problem where the numerator is the “dividend” and the denominator is the “divisor.”
(The denominator “goes-inta” the numerator, as we use to say in the sticks.)

Remember the pizza example. Multiplying by a fraction is
really a form of division. (You may even recall that to divide fractions, you
invert and multiply. Slippery little devils aren’t they. Oh yes, it’s all
coming back now!)

So, 1/4 is 1 divided by 4 and 2/8 is 2 divided by 8. Now
back to our problem.

3/8 + 1/4 = 3/8 + 2/8 = 5/8 and that’s the “final answer.”

Well, that was easy. What if the denominators don’t have any
common factors? Suppose it was 3/4 + 1/3?

Well, then you just multiply the first denominator by the
second denominator and you multiply the second denominator by the first. That’s
actually the general rule that will always work. Of course, to keep from changing
the fraction, you have to multiply the numerator by the same amount. Get out
your pencil and follow along:

So you multiply the 3/4 by the denominator of the second
fraction: 3.

So you get 3/3 * 3/4 = 9/12.

Now multiply the second fraction by the denominator from the
first: 4.

That’s 4/4 * 1/3 = 4/12.

Now they’ll both have the same denominator. Works every
time. Now you can add:

3/4 + 1/3 = 9/12 + 4/12 = 13/12.

That’s actually the lowest form, but some would convert that to a mixed fraction of 1-1/12. (Spoken as one and one-twelfth.)

Now we’re ready for the jump to Algebra. Algebra is just
generalized Arithmetic where you work the calculations with letters that stand
for “variables.” Basically, a variable can be (almost) any number. The results
will be true if you then substitute actual values for the variables. That’s the
start of Algebra.

So, if you had to add a/b + c/d, you don’t know what values
b and d will have, so you take the basic rule I went over above and multiply
the first fraction by the denominator of the second and vice-versa.

That would be

(and I’ll use the Algebra shortcut that you don’t need the multiply sign (*), you can just write the letters next to each other to signify multiplication)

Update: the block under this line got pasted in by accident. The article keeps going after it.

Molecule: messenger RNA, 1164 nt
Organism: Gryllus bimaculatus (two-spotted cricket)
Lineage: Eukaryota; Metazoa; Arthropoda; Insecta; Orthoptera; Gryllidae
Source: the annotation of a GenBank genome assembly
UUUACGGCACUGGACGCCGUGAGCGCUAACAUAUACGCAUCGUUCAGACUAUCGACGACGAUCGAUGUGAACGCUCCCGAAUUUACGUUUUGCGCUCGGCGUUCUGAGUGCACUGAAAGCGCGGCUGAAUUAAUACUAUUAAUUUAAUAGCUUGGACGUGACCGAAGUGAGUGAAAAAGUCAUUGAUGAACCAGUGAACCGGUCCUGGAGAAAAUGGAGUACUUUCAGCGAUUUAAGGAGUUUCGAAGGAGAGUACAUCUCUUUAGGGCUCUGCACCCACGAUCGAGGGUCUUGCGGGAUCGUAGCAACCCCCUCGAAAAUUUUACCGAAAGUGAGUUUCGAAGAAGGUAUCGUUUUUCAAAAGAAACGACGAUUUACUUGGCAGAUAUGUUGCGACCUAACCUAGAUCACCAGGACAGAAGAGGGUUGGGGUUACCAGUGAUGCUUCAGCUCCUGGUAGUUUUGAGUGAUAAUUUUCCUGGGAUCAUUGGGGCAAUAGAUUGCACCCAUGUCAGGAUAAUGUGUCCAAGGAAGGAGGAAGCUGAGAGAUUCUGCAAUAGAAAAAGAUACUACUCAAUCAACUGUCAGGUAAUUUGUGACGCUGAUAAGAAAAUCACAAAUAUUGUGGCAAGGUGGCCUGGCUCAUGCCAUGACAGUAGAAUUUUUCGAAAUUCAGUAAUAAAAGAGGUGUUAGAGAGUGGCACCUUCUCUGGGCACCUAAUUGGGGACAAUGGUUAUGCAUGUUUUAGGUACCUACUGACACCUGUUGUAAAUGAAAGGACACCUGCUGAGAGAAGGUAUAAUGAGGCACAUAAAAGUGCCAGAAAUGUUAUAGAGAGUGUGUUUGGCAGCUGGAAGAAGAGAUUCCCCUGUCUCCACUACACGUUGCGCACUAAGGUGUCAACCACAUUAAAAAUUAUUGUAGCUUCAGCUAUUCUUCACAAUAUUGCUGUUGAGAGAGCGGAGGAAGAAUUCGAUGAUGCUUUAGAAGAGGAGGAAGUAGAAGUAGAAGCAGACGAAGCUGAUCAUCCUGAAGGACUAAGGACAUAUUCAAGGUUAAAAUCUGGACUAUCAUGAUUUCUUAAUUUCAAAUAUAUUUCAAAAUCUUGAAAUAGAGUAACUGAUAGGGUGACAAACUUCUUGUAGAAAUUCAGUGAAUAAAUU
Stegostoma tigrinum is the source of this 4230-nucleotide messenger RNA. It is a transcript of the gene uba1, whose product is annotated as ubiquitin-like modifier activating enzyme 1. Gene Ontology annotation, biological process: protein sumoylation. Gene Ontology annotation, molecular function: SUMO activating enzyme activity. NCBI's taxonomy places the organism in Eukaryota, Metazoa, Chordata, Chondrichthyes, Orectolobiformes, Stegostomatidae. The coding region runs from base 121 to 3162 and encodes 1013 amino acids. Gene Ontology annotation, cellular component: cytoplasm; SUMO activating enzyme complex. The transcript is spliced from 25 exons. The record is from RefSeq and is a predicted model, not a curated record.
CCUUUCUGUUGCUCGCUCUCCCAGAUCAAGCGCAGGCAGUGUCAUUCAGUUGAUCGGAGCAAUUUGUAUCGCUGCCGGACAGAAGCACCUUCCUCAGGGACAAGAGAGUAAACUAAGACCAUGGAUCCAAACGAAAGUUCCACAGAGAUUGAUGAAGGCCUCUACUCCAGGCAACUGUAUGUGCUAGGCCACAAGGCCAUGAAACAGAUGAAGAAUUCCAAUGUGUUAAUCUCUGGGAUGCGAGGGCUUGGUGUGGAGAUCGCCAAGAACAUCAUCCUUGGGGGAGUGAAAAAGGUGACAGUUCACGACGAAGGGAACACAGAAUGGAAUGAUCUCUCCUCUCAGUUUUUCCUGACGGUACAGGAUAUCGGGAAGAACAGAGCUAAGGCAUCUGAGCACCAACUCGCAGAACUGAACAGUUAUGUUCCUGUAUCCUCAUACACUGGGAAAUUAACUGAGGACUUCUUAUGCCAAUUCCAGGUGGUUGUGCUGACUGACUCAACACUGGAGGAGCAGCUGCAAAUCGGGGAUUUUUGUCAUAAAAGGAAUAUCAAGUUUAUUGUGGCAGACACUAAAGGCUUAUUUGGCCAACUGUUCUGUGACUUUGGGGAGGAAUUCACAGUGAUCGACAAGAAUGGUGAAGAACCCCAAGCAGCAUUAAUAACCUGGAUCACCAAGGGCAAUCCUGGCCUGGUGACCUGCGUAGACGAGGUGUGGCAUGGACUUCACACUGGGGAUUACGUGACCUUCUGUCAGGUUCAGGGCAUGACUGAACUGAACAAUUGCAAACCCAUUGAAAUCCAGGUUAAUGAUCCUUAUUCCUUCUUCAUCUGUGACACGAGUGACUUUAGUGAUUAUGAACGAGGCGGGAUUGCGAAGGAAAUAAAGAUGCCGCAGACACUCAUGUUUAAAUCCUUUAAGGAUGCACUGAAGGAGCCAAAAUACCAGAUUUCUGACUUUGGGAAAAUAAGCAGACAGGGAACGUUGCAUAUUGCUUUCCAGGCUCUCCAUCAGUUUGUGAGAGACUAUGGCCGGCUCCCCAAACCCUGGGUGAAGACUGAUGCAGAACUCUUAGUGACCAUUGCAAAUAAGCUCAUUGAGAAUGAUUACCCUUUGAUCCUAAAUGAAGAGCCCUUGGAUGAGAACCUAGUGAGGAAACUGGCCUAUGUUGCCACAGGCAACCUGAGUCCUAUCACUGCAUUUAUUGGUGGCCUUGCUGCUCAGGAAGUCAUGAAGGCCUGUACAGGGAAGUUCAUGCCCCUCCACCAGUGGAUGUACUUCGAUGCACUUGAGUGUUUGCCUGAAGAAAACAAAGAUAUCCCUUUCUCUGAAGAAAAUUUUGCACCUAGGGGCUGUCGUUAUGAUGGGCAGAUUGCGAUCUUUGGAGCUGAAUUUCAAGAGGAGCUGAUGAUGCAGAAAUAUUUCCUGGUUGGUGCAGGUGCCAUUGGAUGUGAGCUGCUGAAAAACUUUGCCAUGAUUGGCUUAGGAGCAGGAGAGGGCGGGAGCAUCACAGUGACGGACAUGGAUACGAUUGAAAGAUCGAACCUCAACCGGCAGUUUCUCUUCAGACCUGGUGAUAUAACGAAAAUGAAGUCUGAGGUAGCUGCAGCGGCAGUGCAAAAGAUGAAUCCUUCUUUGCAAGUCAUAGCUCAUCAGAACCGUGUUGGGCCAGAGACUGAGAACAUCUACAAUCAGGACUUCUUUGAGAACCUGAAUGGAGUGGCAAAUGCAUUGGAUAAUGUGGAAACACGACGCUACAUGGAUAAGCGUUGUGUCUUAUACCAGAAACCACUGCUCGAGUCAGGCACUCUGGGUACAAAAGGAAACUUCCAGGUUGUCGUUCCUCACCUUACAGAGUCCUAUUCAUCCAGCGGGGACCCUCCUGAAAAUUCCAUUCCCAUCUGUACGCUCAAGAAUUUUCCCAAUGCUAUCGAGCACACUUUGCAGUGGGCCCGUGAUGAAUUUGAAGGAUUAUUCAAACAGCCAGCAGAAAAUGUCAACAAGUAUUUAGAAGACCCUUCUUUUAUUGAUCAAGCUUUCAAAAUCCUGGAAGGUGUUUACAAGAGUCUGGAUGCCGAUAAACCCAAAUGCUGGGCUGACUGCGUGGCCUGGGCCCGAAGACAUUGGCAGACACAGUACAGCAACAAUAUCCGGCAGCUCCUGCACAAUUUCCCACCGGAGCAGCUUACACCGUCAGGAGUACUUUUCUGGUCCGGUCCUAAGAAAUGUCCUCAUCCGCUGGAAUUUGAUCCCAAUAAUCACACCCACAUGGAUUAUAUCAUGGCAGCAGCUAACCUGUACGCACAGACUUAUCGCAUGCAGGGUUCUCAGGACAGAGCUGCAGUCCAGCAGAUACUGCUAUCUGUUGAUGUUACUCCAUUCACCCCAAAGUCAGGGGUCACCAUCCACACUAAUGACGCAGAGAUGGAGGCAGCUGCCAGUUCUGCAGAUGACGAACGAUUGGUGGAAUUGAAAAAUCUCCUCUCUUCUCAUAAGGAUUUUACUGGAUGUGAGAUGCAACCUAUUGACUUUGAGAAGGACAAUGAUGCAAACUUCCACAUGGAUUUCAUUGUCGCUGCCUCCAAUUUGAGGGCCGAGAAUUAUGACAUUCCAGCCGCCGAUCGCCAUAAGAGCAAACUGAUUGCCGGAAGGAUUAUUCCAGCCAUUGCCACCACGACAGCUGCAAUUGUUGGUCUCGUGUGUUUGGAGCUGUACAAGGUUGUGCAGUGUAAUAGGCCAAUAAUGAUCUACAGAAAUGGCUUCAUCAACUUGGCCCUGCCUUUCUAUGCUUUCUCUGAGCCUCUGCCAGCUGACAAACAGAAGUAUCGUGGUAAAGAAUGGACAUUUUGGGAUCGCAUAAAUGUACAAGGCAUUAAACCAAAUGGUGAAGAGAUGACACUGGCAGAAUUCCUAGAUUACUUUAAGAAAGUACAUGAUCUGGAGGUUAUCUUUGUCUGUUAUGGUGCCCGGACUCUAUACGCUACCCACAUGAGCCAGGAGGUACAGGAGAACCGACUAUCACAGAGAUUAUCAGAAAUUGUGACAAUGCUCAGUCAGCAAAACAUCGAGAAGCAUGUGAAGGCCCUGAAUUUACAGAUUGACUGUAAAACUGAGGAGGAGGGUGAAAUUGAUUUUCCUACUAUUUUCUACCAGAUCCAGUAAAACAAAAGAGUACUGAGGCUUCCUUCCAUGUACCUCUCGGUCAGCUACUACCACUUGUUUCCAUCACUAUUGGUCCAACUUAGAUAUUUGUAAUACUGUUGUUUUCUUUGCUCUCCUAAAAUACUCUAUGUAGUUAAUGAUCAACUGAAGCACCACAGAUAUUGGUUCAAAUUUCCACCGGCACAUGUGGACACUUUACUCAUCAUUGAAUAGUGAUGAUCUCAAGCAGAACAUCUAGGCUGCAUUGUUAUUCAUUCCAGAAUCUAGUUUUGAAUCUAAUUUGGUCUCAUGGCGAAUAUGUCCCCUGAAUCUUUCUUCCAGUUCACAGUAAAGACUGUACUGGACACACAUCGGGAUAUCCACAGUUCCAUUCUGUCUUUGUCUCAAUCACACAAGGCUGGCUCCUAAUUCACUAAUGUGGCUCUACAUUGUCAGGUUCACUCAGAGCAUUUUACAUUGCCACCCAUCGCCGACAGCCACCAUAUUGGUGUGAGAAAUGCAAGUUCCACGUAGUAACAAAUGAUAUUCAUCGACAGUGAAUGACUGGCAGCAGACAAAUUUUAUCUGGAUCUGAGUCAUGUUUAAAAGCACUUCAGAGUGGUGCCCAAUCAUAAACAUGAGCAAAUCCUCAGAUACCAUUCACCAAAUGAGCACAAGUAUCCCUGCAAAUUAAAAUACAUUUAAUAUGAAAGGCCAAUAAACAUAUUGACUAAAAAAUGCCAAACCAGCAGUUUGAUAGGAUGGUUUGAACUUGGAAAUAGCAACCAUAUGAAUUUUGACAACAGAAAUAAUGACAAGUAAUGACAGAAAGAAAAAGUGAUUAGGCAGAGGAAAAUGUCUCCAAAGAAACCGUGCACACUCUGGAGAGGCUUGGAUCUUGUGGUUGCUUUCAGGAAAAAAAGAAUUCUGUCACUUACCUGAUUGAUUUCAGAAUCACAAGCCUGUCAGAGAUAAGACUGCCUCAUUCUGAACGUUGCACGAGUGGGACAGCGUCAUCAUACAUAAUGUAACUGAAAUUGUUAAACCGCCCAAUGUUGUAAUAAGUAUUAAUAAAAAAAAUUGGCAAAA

(and I’ll use the Algebra shortcut that you don’t need the multiply sign (*), you can just write the letters next to each other to signify multiplication)

d/d * a/b = ad/bd and b/b * c/d = cb/bd

(Notice the order of multiplication doesn’t matter: b * d = d * b. That’s called “commutativity.” Another rule of algebra.)

So the addition becomes ad/bd + cb/bd = (ad + cb) / bd. (I
added the parentheses because this editor won’t let me write the fractions as
above and below the line like I would prefer.)

I’ll try:

__ad + cb__

bd

Sometimes we used Algebra to create "formulas" that can then be used to simply solve problems. That last formula is the solution for adding two fractions, no matter what the denominators are. It is the first fraction numerator (a) times the second denominator (d), plus the second fraction numerator (c) times the first fraction denominator (b). Then all that is divided by the product of the two denominators. So this formula is the "general solution" for adding two fractions. Program it into your computer, and you can forget all the Arithmetic you ever knew.

So now you may have a better understanding of how Algebra can be considered generalized Arithmetic. Also notice that it is true that most students begin to have trouble with math at fractions. If you really know and understand fractions well, then you have a great advantage when you start studying Algebra. And good Algebra skills make Calculus easy — just a tip from the old master. Now wasn’t that fun? Who says math is hard?!!?

So now you may have a better understanding of how Algebra can be considered generalized Arithmetic. Also notice that it is true that most students begin to have trouble with math at fractions. If you really know and understand fractions well, then you have a great advantage when you start studying Algebra. And good Algebra skills make Calculus easy — just a tip from the old master. Now wasn’t that fun? Who says math is hard?!!?